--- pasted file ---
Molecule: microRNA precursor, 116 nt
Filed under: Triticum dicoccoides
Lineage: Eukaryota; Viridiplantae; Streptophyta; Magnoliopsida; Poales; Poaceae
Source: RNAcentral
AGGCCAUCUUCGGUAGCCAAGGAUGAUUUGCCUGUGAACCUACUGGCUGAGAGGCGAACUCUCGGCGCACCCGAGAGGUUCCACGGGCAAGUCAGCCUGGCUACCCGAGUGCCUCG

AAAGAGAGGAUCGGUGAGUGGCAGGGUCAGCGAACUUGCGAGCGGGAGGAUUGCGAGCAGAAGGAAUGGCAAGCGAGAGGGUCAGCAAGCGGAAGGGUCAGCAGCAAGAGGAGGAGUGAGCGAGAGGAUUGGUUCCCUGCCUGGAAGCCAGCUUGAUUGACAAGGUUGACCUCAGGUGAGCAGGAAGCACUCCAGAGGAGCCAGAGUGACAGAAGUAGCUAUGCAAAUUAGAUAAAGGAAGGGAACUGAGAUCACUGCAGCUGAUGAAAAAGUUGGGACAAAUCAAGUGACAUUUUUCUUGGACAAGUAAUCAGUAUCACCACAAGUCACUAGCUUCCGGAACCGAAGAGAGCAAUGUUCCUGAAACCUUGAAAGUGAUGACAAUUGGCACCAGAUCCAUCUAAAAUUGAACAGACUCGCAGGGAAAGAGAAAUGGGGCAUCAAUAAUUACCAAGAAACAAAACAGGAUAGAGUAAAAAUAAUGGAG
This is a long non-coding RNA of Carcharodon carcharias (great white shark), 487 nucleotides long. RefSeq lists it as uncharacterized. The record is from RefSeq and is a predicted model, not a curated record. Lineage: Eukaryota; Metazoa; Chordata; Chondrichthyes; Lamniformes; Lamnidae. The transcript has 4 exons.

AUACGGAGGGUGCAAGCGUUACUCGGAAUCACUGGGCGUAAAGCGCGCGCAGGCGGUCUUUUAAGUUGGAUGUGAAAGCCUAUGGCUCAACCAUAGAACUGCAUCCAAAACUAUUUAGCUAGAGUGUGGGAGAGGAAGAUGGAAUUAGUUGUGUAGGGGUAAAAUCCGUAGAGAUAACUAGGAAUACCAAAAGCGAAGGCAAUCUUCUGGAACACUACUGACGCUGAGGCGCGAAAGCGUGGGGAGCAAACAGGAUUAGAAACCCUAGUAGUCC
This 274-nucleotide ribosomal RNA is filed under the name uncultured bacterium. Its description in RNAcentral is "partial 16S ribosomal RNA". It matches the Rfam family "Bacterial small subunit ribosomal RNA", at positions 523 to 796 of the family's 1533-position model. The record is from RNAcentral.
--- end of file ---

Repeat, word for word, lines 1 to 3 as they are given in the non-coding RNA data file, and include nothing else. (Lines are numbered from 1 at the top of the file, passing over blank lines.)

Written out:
Molecule: microRNA precursor, 116 nt
Filed under: Triticum dicoccoides
Lineage: Eukaryota; Viridiplantae; Streptophyta; Magnoliopsida; Poales; Poaceae